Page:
In this scientific age, our faith in the reports of Jesus’ resurrection in the Gospel of John might feel as shaky as our faith in ancient stories that the sun circles the earth.
Happily, we don’t have to accept John’s gospel account on faith to know the truth of death and resurrection. We too can have personal experience of it — although our personal experiences will be more like those of St. Paul than of Thomas.
According to biblical scholars, Paul wrote his letters before the four gospels were written. This might explain why Paul’s biblical letters say little about the life of Jesus. For instance, he never mentions Bethlehem, Nazareth, or Galilee. He never writes about any of the parables or teachings of Jesus.
The only detail about Jesus that Paul’s letters share with the four gospels is death and resurrection. In his letter to the church in Galatia, Paul writes “I have been crucified with Christ, and it’s no longer I who live, but Christ who lives in me.” (Galatians 2:20).
Here, Paul is referring not to the crucifixion on Good Friday but to his own conversion experience on the road to Damascus years later. While painful, Paul’s conversion has allowed him to rise above egotism and to enter a gracious space in touch with God’s Spirit of Love.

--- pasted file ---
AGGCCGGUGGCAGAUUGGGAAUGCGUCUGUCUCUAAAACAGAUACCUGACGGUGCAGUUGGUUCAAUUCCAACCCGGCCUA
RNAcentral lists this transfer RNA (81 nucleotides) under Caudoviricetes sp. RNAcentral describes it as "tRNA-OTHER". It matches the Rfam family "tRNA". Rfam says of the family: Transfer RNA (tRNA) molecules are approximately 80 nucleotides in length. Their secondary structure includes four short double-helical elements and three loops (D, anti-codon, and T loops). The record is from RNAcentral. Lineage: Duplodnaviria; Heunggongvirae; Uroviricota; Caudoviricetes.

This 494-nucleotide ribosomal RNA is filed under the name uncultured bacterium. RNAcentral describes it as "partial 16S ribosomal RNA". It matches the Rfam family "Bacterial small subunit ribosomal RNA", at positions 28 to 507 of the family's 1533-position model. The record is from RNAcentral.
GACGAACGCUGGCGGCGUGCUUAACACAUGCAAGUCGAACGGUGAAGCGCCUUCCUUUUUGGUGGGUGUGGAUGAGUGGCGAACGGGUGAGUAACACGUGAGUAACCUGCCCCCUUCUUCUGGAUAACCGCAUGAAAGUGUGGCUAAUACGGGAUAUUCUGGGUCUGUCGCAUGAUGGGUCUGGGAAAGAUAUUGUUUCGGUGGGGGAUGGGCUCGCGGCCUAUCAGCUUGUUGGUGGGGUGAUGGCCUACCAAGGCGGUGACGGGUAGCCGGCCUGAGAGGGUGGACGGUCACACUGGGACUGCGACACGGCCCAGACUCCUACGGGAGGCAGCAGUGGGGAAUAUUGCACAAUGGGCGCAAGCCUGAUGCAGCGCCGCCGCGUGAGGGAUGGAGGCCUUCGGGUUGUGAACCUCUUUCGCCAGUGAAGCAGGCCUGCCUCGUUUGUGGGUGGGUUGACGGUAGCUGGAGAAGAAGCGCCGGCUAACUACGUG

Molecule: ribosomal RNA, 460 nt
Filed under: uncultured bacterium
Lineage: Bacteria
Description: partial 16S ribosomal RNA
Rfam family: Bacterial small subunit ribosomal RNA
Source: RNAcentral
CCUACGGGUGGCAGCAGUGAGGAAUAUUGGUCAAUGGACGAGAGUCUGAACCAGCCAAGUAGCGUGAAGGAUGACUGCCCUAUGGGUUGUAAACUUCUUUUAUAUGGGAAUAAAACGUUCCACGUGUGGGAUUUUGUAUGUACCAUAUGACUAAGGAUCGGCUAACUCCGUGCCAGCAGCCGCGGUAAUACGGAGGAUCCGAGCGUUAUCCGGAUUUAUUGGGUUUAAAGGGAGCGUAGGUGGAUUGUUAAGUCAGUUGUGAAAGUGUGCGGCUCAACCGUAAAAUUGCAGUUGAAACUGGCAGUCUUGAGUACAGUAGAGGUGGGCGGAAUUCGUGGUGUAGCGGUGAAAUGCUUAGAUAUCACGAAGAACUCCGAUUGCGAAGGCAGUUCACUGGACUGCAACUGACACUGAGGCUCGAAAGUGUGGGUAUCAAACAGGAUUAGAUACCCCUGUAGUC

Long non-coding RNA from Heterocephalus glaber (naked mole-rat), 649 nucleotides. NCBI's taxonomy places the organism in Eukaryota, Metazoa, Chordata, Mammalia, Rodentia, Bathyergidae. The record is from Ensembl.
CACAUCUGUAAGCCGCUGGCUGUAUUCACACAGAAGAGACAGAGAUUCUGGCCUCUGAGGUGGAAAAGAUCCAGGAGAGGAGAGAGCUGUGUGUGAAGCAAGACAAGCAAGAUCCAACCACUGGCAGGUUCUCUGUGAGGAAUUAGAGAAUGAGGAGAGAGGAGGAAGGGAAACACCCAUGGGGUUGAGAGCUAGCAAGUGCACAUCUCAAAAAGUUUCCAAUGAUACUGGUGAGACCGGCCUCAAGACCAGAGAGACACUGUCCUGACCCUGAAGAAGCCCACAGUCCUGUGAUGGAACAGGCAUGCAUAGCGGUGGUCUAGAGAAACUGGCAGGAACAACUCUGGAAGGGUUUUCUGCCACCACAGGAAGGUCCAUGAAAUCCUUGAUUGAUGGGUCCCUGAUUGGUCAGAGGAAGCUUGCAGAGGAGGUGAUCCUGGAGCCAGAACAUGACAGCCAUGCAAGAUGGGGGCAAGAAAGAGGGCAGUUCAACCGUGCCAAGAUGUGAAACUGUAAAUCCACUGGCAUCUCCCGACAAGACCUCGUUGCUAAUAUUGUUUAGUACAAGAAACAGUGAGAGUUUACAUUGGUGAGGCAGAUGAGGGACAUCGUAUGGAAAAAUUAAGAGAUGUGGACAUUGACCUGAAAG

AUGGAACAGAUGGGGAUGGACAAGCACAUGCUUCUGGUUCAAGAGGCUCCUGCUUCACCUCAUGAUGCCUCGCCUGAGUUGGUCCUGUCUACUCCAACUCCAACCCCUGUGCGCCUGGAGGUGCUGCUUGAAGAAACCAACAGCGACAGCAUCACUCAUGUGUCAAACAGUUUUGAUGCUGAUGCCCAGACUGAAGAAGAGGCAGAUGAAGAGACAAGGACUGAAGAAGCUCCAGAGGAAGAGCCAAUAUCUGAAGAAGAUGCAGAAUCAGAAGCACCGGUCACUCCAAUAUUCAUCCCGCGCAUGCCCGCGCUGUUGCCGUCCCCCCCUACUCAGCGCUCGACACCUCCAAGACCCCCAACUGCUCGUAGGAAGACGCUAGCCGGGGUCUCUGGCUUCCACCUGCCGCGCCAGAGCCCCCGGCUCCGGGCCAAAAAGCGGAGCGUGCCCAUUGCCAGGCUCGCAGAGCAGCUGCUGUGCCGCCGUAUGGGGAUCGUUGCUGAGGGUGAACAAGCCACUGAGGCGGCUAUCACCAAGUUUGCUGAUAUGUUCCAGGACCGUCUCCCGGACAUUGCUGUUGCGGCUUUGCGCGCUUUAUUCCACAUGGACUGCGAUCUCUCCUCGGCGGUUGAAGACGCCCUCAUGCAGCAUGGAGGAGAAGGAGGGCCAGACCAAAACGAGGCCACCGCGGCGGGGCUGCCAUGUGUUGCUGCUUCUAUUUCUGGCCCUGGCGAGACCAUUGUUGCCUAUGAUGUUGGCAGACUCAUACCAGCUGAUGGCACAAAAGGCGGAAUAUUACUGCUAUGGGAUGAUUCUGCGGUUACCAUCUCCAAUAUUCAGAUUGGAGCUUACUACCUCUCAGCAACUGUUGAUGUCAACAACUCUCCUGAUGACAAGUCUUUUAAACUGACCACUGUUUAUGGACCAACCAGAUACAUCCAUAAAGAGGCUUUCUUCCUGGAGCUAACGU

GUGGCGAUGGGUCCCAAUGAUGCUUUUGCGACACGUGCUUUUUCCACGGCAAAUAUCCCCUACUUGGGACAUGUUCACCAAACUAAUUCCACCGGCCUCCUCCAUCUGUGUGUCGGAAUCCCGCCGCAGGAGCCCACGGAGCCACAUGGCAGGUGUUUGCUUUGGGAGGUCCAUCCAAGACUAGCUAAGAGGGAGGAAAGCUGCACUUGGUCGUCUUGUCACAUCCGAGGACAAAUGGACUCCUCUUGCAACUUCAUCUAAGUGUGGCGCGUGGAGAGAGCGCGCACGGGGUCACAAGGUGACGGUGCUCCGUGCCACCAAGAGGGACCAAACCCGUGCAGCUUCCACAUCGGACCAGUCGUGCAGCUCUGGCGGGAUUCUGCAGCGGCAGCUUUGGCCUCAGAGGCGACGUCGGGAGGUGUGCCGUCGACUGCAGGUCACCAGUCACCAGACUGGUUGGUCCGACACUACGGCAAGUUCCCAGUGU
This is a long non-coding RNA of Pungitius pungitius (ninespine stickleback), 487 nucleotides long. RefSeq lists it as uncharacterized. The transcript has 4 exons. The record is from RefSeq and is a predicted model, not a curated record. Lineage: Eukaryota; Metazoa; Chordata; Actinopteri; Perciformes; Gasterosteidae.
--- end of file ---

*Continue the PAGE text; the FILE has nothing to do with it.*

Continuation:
The accounts of Jesus’ death in the four gospels contradict each other. Nevertheless, they resonate with moments of disillusionment in our lives. In a similar way, the stories of resurrection in the four gospels contradict each other. Nevertheless, they resonate with the joy we experience when our ego dissolves and is replaced by a connection with God in Christ.
Like Thomas, we may not believe in resurrection until we experience it personally. But even though we don’t have a chance to see and touch the body of Jesus, we can still know the Risen Christ. The Risen Christ sometimes graciously appears when our egos dissolve. Sometimes, we also see Christ in the face of friends and neighbours with whom we struggle for justice and love.
Viewing crucifixion and resurrection in this way allows me to keep faith in today’s scientific knowledge while also remaining within the tradition of the church.
Today, scientists say they feel under threat. Yesterday, more than 500 Marches for Science were held around the world. They protested cuts to research, the denial of facts like climate change, and the rise of leaders who reject evidence-based policy. In a time with rising fear of social change, racist leaders are successfully undermining faith in science and in policies that focus on the needs of humanity.
Protests like those that happened yesterday expose agendas that don’t align with our sacred values. They increase our knowledge of what is possible. And even if they don’t achieve success, they help us express our love in joy.
Like Thomas, sometimes we are skeptical of things we hear. Unlike him, we don’t have a chance to confirm the various gospel accounts of resurrection. But like Paul, sometimes we experience painful moments of crucifixion followed by a joyous rebirth of love. These crucifixions and resurrections can create in us an unshakeable faith in God’s Love.
This Easter as we try to maintain our faith against those who spread irrational fear, I pray that we will meet the Risen Christ again in our hearts and in the struggle for love with justice.
May it be so. Amen.